In this week's cover story, "Old School," Rocks Off Sr. and Lonesome Onry and Mean highlight some of the personalities that have kept Houston's traditional blues scene strong even as the music's popularity has waned in all but a few other major cities (and Europe).
Houston's appetite for blues remains ravenous, though, and as Rocks Off has previously reported, one of the major reasons is the no-cover jams sponsored by the Houston Blues Society. Held at The Big Easy on the last Thursday of every month, lately the HBS jams have been growing to mob-scene proportions. This past Thursday proved no exception, as dancers thronged the floor and tipplers kept the bartenders scrambling until the wee hours.
But by any usual standard, this one was special.
The host for the event was Lady D, backed by Society board member Dr. Rick Patt's band. Lady D belts out the old-school blues, many with a warning to men who might be fooling around or treating their women wrong, such as "Better Off Alone," her answer-song to B.B. King's classic "The Thrill Is Gone."
She kick-started the evening perfectly. The event had been designated as "Diva Night," and Lady D. certainly set the tone for the numerous ladies who took the opportunity to strut their stuff in their finest evening outfits.
Lady D was followed on the stage by a special performance in honor of Big Easy owner Tom McLendon's birthday. Billing themselves as the "Blues Babes" (above), six HBS members took the stage to serenade McLendon with a "special" choreographed version of George Thorogood's "Bad To The Bone." The topper was a birthday cake with the message "Bad To The Bone"; it's doubtful that the stage at the Big E has ever seen such shimmying and shaking in its 17-plus-year life.
And then it really got serious. Texas Johnny Brown, the dean of Houston blues, took the stage with young Eric Hoovestol and Rebecca Laird, the two high-school seniors who are the winners of the Blues Society's Jimmy "T-99" Nelson scholarships for 2011. Each young guitar-slinger received $1,000 to use toward any class or workshop that furthers their talent.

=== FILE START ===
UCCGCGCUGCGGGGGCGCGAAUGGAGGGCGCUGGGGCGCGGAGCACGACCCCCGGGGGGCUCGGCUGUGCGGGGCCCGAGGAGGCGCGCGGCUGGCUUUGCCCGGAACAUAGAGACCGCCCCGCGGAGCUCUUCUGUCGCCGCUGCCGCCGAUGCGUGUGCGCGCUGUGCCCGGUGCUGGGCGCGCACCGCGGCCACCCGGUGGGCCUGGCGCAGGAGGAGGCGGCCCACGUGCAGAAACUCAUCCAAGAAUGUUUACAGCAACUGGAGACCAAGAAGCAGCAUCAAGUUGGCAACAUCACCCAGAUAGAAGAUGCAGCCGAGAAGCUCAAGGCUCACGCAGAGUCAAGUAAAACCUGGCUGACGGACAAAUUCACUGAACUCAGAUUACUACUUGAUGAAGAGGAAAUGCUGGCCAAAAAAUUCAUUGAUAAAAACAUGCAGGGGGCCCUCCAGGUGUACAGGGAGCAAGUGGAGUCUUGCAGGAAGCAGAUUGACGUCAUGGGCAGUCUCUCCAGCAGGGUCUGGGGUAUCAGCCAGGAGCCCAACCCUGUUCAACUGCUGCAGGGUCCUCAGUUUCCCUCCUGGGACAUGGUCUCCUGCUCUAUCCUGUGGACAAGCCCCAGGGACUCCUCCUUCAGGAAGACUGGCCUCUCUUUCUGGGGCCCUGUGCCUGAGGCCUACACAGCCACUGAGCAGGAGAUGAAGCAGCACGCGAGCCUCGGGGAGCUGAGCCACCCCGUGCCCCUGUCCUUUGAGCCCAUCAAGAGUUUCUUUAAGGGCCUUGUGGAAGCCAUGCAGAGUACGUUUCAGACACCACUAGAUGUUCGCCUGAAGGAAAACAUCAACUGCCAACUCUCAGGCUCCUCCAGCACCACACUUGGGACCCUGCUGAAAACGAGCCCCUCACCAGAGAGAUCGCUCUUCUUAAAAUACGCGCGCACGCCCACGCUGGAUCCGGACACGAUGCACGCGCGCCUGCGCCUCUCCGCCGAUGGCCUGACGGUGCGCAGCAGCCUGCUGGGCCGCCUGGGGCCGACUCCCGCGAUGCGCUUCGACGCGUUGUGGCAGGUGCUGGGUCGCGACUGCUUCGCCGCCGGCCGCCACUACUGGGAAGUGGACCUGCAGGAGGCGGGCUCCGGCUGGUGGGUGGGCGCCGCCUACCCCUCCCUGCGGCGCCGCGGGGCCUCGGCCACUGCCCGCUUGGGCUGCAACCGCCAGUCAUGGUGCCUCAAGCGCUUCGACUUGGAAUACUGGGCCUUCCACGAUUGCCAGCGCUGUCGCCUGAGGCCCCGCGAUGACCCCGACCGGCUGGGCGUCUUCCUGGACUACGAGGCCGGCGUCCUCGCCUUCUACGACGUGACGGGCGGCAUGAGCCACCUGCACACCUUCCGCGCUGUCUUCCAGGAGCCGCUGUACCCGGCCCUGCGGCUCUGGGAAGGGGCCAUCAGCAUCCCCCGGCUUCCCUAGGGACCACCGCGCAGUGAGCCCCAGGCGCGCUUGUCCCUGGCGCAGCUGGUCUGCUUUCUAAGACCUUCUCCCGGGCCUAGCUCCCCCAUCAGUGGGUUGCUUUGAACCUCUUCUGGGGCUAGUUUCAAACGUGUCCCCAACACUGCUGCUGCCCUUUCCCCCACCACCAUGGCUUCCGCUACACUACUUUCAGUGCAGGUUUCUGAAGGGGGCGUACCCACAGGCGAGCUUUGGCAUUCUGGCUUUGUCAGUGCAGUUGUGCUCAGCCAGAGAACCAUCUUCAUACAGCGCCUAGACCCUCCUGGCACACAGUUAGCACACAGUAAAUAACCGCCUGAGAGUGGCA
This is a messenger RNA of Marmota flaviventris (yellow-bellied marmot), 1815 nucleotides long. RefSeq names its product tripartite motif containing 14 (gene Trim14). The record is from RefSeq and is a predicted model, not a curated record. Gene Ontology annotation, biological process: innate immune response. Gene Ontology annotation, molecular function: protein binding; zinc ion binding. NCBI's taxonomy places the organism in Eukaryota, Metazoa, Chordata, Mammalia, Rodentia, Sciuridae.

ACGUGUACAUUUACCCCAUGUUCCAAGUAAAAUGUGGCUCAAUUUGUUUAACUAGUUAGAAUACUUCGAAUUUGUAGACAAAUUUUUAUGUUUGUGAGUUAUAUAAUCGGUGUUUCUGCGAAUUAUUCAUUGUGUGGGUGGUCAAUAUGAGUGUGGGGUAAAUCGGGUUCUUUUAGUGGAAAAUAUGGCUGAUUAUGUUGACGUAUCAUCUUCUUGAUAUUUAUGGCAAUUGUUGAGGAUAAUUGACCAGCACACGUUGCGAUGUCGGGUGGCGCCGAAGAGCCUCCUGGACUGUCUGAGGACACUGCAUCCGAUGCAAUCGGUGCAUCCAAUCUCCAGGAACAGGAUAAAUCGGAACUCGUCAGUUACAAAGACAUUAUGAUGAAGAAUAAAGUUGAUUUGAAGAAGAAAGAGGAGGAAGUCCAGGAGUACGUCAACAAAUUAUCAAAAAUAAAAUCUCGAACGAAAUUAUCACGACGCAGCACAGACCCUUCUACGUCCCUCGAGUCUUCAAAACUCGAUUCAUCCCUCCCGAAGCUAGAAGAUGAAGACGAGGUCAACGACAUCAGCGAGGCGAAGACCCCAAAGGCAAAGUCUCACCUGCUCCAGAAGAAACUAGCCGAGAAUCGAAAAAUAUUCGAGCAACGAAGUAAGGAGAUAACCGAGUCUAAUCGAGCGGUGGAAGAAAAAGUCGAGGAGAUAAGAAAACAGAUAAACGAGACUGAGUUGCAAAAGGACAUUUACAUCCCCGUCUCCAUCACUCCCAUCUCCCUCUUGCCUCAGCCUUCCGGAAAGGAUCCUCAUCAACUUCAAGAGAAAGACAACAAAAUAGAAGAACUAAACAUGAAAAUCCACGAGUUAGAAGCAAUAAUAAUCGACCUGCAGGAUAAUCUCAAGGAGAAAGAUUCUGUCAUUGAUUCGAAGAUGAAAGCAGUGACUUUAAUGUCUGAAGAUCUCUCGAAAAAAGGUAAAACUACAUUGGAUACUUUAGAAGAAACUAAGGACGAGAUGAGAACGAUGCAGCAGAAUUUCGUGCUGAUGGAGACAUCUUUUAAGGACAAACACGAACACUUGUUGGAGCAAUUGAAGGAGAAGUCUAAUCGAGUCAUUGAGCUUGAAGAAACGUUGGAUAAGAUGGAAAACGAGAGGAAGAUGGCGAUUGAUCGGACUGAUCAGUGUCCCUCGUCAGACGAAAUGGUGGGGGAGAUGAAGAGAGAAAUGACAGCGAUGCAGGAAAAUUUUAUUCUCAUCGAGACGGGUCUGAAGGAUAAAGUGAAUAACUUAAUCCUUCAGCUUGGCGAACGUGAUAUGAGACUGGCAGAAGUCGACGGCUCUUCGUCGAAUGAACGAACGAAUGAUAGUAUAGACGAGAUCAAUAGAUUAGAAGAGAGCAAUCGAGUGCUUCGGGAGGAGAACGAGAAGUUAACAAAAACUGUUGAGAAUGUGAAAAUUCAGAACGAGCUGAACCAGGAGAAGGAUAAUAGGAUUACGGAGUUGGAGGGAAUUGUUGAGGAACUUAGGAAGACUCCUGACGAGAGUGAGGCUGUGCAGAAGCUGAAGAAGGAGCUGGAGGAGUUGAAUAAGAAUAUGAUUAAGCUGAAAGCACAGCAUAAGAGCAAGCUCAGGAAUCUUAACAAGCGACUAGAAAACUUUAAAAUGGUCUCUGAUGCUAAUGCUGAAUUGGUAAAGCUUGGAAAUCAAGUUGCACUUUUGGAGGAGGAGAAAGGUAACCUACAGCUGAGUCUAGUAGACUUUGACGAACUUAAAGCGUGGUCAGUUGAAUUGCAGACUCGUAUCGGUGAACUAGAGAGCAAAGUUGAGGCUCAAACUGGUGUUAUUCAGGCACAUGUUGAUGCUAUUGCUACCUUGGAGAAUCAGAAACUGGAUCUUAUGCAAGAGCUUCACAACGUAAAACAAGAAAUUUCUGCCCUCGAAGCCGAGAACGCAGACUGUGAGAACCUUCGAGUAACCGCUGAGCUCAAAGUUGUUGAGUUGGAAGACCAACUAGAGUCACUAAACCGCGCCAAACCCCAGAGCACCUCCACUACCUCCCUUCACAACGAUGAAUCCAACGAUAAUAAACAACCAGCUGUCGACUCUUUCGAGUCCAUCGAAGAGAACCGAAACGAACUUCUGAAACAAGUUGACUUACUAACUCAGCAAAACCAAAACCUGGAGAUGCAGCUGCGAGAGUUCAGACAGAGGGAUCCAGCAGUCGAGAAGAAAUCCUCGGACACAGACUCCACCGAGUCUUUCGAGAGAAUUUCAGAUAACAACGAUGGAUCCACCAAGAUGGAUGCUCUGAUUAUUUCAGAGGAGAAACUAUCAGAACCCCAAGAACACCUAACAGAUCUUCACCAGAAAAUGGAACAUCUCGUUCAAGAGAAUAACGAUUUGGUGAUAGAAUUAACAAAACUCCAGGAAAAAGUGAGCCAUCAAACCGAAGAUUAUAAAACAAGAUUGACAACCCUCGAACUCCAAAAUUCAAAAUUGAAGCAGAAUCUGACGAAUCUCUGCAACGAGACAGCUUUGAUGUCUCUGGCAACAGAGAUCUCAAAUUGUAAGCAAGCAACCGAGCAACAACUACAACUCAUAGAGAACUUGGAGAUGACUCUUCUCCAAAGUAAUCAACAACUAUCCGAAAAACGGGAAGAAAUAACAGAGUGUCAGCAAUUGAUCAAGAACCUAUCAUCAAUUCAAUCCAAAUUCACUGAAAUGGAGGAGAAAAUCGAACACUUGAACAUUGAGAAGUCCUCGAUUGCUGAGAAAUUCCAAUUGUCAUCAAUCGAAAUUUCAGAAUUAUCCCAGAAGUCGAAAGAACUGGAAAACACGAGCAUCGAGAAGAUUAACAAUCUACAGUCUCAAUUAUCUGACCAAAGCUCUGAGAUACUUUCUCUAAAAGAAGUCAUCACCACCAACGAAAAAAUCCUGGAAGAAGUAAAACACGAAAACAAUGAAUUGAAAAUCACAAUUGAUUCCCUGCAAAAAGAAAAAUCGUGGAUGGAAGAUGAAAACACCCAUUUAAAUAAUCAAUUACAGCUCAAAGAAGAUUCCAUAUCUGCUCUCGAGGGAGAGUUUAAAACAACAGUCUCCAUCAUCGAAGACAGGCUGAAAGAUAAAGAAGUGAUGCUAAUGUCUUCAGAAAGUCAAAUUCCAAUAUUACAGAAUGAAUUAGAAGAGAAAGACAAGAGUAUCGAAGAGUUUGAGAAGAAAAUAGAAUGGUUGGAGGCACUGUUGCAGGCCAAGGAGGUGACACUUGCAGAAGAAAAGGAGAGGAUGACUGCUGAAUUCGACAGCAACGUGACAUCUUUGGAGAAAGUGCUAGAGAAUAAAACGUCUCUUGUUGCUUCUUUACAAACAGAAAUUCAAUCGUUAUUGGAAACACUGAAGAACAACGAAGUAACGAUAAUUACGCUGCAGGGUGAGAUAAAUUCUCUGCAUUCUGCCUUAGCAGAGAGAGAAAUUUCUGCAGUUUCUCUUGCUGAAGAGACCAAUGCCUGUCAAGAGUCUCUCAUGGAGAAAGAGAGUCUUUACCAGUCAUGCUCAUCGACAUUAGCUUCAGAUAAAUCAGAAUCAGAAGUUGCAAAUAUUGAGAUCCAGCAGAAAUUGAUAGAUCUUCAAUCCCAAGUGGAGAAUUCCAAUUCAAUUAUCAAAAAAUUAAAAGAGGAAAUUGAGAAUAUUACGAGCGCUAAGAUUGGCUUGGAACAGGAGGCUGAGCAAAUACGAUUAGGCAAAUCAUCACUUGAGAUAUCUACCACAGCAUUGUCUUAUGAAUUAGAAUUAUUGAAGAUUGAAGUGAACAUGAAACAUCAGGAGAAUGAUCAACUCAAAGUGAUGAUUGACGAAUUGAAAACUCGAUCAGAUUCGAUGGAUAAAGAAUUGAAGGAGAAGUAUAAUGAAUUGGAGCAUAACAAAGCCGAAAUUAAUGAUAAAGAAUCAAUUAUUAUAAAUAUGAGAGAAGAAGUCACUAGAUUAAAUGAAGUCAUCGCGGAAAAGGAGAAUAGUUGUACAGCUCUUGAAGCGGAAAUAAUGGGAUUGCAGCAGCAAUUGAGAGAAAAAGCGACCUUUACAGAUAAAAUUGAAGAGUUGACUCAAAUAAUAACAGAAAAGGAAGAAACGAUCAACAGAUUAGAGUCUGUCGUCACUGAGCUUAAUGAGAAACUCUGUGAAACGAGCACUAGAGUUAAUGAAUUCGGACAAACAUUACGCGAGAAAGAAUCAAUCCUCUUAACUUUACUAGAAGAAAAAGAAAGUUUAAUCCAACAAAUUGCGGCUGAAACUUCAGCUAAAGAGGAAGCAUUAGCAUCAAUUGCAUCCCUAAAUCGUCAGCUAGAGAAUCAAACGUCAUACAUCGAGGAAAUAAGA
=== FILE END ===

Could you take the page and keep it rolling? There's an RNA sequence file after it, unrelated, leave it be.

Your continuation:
The proof is always in the pudding, and the two youngsters strapped on their Stratocasters and went to work like pros. After a quick warm-up number to loosen their fingers, Brown jumped onstage with his red Les Paul and tore into his classic "There Goes The Blues." It was another of those chillbumps moments to see the 65-year gap between the ages of Brown and the kids as they laid down the law like they'd been doing it for a lifetime.
Hoovestol maintained a cool, confident demeanor as he locked in the rhythm, but Laird's eyes got big when Brown nodded to her to take the first solo. And the young redhead stung it like a bumblebee.
Roll Susan Tedeschi and Bonnie Raitt into a 100-pound, 18-year-old package, and you'll have some idea of what this little lady can do with a guitar. In fact, she stung it so hard and so legitimately that Brown just smiled, nodded to her to take another solo, closed his eyes and laid in the rhythm while the little lady proceeded to tear up some blues.
Look out, Houston, the future looks bright; we've got another very serious picker on our hands. All in all, another wonderful, soulful, no-place-but-Houston evening at the Big E.
It only takes something like the passing of the last of the original Delta bluesmen, 96-year old David "Honey Boy" Edwards, earlier this week in Chicago to reinforce how quickly the final remnants of a legendary school of musicians and an important part of American culture are fading.
The monthly Thursday HBS blues jams offer us all an amazing opportunity to see living history and important artists up close and personal in a legitimate environment - a sweaty club filled with dancers and fans. We can't recommend these occasions enough as a way to spend your money in support of something true, if not everlasting.
See more photos on the next page.
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